Meeting the mortgage demands and being approved is already challenging enough, but securing a mortgage in 2019 is even more of a feat thanks to the recent mortgage stress test.
Let’s look at the new mortgage rules in greater detail and how it impacts home buyers in 2019.
Explained Canadian Mortgage stress test
In order to pass the mortgage stress test, You will need to qualify for your loan interest rate plus 2% or the present five-year benchmark rate of the Bank of Canada, whichever of the two is greater. As of this writing, The five-year benchmark rate of the Bank of Canada is 5.34 percent and has existed since May 2018.
For example, if you are applying for a mortgage at a rate of 3.65%, then your lender will assess you as if you were paying your home loan at 5.65% (3.65% + 2%) since 5.65% is greater than the Bank of Canada’s five-year benchmark rate.
Because of this stress test, Most new homebuyers have had their purchasing power reduced by as much as 20 percent because they are only eligible for a reduced loan at the stress-tested mortgage ratesThe fresh stress test regulations have also rendered refinancing or renewing their mortgage more hard for present homeowners.
How to Prepare For the Mortgage Stress Test
Lenders use a few key metrics when assessing borrowers to make sure they’d be able to pass the stress test and manage mortgage payments, including the gross debt service ratio (GDS) and total debt service ratio (TDS).
Gross debt service ratio (GDS) – Your GDS is the proportion of your pre-tax revenue needed to pay all cost of accommodation. In addition to your stress-tested monthly mortgage payment, your lender will look at the expense of all other monthly expenditures, including condo charges, utility bills, and property taxes.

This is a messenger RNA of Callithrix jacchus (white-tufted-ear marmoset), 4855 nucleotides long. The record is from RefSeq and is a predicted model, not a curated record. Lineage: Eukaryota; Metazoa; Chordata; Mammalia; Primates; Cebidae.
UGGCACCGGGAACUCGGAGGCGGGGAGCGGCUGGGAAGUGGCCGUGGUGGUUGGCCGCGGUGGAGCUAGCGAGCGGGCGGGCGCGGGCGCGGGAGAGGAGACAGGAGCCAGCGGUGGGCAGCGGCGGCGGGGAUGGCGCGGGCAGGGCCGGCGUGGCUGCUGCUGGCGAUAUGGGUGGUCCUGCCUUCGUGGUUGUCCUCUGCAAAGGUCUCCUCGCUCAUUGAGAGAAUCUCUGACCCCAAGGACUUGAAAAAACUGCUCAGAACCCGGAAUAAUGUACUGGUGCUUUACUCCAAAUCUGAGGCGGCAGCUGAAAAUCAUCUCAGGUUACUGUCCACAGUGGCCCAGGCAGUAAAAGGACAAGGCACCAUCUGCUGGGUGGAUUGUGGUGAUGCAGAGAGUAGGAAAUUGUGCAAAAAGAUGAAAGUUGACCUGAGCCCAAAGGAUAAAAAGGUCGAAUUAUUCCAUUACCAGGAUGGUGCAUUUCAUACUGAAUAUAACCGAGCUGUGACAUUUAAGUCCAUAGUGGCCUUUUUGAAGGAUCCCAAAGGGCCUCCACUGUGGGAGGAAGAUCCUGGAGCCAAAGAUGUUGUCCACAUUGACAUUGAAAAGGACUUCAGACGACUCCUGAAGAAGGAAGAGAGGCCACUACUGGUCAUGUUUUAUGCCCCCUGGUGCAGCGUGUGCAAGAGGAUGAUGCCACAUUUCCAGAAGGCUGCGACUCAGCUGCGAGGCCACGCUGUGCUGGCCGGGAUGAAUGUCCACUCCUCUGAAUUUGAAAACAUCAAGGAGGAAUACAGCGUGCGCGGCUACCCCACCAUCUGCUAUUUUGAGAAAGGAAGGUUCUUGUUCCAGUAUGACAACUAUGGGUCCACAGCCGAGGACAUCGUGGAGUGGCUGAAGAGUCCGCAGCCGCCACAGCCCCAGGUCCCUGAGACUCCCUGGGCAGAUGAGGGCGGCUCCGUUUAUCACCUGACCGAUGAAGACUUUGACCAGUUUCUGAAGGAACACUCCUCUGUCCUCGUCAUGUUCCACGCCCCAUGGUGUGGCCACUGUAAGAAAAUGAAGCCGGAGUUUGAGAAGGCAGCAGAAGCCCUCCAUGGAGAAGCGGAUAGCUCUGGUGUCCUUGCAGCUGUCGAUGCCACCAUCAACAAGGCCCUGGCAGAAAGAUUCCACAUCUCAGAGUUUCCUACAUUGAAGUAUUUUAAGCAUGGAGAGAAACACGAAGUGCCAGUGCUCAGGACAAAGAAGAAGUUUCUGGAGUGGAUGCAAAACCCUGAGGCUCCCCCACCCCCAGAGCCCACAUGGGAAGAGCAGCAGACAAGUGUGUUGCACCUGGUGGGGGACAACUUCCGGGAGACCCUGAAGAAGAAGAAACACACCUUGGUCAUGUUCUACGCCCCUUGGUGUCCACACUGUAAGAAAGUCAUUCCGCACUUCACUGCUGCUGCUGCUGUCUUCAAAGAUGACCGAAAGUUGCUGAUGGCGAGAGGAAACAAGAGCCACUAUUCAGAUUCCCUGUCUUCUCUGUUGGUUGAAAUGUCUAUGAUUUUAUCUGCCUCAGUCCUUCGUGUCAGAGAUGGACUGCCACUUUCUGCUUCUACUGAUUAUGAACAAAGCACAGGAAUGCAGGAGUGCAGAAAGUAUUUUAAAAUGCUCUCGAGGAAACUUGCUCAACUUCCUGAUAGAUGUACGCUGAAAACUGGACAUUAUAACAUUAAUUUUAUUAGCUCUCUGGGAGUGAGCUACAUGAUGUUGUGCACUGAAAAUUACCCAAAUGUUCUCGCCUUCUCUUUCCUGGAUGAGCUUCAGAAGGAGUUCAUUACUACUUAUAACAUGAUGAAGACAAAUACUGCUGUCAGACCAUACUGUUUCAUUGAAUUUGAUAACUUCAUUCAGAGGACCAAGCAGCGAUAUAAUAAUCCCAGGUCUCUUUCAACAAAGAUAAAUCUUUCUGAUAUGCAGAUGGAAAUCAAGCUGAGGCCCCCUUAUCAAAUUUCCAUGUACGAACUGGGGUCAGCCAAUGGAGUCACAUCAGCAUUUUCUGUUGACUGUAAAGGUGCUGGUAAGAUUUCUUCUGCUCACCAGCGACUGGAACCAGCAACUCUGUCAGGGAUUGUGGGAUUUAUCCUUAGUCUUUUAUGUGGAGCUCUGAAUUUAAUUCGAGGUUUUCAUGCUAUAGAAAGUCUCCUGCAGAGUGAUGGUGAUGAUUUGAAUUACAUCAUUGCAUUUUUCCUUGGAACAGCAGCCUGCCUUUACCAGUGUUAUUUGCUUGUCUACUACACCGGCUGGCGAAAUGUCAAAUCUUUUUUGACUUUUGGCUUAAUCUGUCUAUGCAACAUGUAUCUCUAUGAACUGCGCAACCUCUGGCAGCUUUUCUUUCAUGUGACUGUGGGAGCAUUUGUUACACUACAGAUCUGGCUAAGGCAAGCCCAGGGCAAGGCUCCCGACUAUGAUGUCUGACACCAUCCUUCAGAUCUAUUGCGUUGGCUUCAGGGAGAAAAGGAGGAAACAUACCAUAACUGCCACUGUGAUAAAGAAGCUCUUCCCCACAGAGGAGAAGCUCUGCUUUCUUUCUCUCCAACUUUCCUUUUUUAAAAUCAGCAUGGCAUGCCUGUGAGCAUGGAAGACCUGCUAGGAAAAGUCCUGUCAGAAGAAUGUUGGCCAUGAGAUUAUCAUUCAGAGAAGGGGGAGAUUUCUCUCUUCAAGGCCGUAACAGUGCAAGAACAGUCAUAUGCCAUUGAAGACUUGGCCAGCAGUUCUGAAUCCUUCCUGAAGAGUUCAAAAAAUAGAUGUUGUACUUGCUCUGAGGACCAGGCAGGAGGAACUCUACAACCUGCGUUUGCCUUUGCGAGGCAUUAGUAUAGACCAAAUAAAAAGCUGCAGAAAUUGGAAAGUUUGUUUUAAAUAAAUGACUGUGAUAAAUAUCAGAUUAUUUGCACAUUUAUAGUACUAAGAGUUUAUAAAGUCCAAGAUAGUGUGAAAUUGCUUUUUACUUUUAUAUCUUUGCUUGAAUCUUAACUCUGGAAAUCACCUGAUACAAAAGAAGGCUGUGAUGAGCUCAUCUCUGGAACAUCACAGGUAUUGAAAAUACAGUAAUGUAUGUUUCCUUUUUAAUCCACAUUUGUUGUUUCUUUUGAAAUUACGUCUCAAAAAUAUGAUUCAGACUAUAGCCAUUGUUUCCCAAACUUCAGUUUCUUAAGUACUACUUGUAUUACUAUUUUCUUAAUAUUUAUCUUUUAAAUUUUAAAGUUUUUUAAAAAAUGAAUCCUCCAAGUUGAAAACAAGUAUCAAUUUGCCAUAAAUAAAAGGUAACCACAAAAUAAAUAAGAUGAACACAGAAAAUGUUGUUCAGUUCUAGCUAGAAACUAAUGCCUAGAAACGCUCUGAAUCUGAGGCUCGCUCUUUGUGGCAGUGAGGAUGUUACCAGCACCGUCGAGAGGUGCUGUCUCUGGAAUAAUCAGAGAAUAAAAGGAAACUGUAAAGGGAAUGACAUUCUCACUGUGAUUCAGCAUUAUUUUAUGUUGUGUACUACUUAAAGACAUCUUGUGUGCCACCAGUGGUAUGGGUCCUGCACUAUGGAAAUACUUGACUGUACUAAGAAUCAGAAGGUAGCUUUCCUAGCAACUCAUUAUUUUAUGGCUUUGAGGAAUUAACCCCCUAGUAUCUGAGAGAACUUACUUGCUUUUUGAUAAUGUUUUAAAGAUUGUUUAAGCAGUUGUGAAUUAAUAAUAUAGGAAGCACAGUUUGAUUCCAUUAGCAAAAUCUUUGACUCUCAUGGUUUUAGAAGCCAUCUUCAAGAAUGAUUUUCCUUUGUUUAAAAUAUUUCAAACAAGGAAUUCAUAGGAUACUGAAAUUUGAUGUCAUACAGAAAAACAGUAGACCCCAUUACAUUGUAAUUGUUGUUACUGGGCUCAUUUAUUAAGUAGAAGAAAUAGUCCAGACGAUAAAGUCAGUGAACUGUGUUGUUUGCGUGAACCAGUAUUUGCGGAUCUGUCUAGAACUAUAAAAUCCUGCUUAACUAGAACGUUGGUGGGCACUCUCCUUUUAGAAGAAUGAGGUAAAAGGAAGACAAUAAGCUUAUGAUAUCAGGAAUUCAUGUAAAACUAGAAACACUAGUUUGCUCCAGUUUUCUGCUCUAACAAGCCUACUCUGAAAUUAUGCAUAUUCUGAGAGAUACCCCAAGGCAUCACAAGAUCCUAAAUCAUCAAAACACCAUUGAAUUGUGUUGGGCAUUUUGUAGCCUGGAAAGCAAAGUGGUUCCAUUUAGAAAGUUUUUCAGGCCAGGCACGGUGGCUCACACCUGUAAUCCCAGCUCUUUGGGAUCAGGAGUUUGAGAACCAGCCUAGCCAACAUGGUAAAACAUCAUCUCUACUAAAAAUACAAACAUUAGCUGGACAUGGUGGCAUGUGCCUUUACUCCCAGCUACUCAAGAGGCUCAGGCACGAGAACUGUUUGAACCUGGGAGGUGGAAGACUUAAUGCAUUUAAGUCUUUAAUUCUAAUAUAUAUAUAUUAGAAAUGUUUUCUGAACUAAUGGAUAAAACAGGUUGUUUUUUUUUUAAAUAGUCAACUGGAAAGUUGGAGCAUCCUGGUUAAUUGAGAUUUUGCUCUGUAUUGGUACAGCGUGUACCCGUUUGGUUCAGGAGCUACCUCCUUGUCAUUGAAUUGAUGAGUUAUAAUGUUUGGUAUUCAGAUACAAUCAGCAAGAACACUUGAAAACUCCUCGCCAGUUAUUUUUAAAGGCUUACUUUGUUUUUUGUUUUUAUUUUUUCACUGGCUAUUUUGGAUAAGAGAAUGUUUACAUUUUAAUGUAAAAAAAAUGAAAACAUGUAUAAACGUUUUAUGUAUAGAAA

Your gross monthly revenue will add all these expenses together and divide them. Ideally, lenders want a proportion not exceeding 32%.
Total debt service ratio (TDS) – All of your debts will also need to be factored into the equation, so lenders will look at your TDS as well. This is how much of your monthly revenue is required to cover your debts properly.
To better prepare yourself for the stress test, consider taking the following actions:
Pay down your debt. As already mentioned, Your lender will examine all the debt you presently carry and determine if you would qualify for a mortgage or not. The smaller your current debt load, the lower your TDS will be.
In turn, The findings of your stress test may be more favorable. To prevent paying so much in interest fees, focus first on paying down your high-interest debt (such as your credit cards).
Apply for a smaller loan amount. Be realistic about how much house you can actually afford. You might have your sights set on a home in the $900,000 price range, but if you look at homes in the $700,000 range instead, you might make things much more financially feasible for yourself.
This will not only improve your chances of passing the stress test and obtaining a mortgage approval, but it can also free up more of your income and prevent you from going “house poor.”
Crunch some numbers. Ask yourself if you can afford to pay an extra $500, for example, In mortgage payments if rates raise suddenly after approval.
You could be comfortable making monthly mortgage payments of $1,000, for instance, But what if you had to throw an extra $500? Would that be doable? Or would that throw you into a financial frenzy?
That’s precisely why this stress test was carried out. In the near future, if you are confronted with greater prices, your lender would want to make sure that you are still able to create complete payments each month rather than face default.